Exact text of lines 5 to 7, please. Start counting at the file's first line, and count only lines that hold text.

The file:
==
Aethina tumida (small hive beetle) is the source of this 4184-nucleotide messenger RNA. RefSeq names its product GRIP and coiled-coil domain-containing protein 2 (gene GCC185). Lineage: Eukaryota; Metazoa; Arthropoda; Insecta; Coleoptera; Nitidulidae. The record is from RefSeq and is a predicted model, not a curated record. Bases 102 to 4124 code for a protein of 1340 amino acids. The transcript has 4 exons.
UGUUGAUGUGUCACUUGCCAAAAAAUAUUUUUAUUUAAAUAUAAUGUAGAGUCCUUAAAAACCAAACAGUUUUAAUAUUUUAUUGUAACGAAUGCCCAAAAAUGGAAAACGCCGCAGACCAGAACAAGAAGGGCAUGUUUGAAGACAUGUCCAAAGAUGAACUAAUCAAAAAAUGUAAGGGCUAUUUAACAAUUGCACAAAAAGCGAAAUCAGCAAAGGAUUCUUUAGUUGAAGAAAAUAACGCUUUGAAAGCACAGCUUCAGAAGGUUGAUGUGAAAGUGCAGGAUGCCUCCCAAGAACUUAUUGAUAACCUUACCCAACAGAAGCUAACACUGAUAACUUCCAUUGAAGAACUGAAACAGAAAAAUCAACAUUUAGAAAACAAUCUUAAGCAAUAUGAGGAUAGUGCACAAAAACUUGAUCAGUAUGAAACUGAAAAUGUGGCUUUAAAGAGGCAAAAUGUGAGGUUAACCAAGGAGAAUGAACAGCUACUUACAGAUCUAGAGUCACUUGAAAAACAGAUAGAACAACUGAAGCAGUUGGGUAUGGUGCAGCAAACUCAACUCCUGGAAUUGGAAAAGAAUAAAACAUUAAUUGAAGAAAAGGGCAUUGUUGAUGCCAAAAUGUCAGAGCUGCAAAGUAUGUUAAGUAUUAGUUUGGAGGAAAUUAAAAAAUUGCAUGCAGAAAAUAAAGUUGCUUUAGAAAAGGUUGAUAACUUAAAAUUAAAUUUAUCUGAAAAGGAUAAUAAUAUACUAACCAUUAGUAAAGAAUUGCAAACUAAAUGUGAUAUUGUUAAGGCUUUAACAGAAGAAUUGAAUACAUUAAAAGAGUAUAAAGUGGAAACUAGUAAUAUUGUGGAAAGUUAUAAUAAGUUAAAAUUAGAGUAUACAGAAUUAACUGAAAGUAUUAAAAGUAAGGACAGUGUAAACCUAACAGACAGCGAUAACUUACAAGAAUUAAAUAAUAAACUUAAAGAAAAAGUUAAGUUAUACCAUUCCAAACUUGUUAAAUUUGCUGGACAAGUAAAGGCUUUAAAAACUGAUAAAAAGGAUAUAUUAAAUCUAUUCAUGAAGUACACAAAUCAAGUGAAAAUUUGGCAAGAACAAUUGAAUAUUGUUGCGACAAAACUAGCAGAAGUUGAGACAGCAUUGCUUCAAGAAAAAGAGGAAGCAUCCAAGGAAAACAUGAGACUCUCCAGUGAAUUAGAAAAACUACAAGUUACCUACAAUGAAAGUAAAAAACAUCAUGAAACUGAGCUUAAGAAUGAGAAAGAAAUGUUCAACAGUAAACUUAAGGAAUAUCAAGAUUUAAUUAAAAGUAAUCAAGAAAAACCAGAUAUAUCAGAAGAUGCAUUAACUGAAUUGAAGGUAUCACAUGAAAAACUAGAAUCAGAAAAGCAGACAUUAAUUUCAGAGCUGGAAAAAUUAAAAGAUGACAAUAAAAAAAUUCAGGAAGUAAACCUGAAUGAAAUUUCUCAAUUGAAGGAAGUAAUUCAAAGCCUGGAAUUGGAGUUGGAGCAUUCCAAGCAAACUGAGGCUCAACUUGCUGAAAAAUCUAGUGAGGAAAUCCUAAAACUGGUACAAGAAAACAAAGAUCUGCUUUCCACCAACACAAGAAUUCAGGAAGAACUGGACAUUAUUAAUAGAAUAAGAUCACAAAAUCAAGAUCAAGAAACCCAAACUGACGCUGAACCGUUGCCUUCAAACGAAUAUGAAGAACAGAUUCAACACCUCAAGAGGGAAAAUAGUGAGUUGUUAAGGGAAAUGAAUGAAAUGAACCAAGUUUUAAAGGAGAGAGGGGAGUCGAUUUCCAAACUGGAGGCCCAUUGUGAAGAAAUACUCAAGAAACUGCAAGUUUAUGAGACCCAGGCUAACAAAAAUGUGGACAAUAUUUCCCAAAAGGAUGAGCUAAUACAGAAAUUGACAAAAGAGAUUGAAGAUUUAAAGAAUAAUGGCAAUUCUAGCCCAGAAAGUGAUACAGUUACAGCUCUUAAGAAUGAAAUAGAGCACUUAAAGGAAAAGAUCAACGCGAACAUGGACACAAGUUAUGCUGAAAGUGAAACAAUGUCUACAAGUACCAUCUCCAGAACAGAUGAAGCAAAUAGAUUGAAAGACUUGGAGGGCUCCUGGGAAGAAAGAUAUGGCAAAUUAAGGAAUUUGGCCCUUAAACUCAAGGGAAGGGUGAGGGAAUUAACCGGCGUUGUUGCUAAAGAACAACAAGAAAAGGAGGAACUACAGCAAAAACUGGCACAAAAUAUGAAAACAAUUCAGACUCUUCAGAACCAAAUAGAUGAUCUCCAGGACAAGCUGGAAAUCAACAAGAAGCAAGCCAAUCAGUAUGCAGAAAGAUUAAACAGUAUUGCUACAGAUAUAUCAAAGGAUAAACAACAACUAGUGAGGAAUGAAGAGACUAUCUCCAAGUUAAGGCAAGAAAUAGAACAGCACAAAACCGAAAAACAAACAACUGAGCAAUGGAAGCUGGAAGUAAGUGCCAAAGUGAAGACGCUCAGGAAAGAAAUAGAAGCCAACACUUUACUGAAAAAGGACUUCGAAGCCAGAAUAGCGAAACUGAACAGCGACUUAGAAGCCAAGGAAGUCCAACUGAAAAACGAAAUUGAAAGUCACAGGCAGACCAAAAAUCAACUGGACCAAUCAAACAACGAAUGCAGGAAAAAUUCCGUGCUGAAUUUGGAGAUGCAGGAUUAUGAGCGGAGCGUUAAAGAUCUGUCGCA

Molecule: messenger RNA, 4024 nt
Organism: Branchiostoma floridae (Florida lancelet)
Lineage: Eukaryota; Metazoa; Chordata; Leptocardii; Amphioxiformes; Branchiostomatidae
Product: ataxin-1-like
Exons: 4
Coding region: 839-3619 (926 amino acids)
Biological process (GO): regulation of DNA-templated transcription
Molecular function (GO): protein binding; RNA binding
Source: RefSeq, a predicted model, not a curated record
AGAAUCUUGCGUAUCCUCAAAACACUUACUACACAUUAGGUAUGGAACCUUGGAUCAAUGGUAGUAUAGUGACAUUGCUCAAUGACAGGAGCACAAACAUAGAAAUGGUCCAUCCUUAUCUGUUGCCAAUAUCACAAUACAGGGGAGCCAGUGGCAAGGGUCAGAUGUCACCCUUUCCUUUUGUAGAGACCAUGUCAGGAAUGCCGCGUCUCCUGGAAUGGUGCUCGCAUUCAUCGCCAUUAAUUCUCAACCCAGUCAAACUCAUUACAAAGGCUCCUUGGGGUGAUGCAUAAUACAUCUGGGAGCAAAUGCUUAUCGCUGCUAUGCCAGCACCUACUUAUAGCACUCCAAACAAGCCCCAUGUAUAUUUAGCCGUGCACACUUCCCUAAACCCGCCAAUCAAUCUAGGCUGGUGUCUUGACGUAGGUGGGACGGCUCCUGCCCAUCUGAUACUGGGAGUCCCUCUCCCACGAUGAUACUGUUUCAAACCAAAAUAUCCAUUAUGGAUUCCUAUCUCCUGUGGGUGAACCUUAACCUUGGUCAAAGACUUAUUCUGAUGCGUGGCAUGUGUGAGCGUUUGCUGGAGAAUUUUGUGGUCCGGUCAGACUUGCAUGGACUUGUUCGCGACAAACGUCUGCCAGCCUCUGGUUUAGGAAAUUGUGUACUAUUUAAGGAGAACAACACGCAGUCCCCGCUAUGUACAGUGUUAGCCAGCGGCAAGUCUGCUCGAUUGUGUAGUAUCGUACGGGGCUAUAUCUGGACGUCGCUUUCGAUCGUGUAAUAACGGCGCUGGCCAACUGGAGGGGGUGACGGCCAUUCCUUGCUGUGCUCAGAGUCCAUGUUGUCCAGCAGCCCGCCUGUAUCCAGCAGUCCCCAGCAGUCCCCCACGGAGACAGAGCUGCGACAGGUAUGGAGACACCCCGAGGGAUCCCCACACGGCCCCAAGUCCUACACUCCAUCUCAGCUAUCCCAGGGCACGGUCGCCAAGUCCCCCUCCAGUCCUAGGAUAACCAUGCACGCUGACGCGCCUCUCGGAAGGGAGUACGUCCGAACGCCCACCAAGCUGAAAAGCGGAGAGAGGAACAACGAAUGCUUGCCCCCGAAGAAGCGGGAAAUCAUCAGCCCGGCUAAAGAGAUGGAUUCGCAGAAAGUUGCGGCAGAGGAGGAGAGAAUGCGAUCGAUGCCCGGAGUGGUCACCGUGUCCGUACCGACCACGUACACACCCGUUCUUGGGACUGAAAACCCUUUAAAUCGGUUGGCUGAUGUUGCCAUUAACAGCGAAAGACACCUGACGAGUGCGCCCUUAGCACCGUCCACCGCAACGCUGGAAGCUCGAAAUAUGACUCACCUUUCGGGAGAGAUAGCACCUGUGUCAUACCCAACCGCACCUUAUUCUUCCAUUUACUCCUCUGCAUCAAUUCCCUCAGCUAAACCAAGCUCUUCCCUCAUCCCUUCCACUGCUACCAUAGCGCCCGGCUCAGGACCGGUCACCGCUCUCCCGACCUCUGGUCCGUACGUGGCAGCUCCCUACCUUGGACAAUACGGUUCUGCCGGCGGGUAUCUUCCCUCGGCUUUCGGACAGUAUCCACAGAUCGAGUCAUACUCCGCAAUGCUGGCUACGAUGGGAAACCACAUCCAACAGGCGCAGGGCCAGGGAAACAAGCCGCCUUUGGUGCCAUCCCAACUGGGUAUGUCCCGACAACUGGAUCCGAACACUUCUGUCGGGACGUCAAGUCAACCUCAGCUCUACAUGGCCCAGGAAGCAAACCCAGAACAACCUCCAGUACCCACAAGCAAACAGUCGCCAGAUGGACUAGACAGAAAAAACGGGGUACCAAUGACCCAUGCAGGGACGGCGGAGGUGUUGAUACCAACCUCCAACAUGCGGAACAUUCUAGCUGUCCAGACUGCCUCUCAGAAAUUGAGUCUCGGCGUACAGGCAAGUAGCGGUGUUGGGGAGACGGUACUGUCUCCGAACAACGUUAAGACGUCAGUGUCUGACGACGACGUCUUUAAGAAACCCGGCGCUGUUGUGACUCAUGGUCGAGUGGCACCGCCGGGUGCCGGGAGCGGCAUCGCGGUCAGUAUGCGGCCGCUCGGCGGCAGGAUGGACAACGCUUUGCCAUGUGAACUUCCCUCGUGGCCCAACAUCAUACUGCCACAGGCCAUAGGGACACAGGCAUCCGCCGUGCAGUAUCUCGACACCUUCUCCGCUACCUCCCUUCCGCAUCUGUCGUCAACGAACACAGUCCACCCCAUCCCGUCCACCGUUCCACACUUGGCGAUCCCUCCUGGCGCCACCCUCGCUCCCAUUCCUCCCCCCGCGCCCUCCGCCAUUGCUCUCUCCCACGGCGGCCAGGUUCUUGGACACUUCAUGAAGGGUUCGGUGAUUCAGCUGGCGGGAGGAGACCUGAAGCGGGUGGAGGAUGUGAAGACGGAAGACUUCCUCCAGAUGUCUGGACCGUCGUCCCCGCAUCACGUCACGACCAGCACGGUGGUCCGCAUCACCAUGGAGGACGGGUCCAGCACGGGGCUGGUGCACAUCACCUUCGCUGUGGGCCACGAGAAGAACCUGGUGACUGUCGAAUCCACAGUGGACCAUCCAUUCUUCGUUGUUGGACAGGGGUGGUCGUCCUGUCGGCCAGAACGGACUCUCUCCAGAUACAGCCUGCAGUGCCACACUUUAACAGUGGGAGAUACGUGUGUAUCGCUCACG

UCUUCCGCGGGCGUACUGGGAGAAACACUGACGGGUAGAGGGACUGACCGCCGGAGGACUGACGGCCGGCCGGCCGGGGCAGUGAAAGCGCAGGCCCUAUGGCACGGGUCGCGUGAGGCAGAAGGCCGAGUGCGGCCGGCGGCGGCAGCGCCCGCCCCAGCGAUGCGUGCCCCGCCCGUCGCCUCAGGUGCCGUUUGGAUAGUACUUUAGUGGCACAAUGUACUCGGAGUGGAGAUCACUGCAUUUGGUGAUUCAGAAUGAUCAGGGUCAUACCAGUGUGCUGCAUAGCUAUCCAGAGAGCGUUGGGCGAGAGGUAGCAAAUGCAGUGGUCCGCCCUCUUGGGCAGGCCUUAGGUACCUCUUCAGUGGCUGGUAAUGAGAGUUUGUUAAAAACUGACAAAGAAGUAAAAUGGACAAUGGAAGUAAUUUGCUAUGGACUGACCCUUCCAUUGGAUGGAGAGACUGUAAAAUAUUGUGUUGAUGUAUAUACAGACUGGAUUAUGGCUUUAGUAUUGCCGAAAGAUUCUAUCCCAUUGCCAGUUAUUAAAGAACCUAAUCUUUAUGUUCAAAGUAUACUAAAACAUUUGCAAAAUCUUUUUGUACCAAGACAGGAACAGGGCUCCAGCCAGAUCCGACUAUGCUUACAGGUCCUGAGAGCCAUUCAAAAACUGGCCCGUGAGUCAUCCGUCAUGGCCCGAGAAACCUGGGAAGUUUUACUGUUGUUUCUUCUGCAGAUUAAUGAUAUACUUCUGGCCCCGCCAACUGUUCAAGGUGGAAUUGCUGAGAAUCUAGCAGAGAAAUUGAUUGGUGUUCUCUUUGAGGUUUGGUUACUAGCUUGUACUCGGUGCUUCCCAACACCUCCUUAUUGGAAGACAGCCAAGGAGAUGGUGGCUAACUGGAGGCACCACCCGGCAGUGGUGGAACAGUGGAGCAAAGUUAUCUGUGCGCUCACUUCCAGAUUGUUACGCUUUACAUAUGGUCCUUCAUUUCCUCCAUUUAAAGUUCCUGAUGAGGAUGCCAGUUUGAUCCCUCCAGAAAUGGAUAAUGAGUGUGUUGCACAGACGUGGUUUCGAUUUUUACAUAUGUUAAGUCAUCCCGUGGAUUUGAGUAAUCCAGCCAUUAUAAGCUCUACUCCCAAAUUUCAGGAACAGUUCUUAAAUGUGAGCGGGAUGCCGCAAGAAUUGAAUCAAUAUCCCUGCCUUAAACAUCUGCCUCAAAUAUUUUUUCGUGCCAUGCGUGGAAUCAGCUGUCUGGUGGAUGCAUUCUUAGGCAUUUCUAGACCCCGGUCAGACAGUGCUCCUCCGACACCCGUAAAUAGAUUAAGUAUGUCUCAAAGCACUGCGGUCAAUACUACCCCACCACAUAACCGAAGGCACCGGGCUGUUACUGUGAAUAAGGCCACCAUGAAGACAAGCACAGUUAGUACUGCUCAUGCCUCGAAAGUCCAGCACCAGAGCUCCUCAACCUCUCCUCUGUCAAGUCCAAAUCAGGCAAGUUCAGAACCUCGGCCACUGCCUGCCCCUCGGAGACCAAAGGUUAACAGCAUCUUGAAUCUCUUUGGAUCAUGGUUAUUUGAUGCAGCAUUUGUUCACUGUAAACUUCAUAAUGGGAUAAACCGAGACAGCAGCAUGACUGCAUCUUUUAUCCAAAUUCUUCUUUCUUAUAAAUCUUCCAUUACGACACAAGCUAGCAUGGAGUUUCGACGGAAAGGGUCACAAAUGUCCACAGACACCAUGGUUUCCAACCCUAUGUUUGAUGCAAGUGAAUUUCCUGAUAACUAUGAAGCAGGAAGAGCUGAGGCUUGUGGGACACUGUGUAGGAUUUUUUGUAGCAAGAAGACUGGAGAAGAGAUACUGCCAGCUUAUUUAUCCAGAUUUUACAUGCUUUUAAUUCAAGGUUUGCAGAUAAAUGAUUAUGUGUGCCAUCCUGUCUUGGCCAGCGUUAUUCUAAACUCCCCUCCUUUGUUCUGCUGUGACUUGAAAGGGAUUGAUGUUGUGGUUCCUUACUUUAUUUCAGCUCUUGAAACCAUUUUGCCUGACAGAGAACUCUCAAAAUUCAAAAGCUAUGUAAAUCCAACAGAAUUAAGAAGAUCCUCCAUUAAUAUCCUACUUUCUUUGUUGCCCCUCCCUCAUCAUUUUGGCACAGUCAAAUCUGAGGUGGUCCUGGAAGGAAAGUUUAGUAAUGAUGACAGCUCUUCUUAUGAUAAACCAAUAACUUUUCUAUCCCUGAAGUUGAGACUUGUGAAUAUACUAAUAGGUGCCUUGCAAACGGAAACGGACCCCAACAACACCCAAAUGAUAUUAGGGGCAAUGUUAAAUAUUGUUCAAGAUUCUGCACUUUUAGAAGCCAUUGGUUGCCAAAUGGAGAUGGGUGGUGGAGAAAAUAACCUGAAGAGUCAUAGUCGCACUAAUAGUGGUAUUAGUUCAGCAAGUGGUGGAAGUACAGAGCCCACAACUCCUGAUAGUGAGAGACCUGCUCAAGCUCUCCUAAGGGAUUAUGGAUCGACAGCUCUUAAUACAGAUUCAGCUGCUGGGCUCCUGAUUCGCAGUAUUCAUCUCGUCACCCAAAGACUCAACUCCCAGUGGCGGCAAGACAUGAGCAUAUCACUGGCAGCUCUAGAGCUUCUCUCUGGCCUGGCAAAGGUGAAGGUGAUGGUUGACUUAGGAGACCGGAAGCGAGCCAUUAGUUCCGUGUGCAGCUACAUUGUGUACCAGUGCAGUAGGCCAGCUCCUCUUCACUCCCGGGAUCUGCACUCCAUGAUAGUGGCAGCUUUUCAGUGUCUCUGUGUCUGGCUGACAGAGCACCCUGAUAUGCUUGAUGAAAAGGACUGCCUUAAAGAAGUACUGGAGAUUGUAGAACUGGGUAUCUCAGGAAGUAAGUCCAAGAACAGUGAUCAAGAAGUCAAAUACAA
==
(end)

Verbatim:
Lineage: Eukaryota; Metazoa; Chordata; Leptocardii; Amphioxiformes; Branchiostomatidae
Product: ataxin-1-like
Exons: 4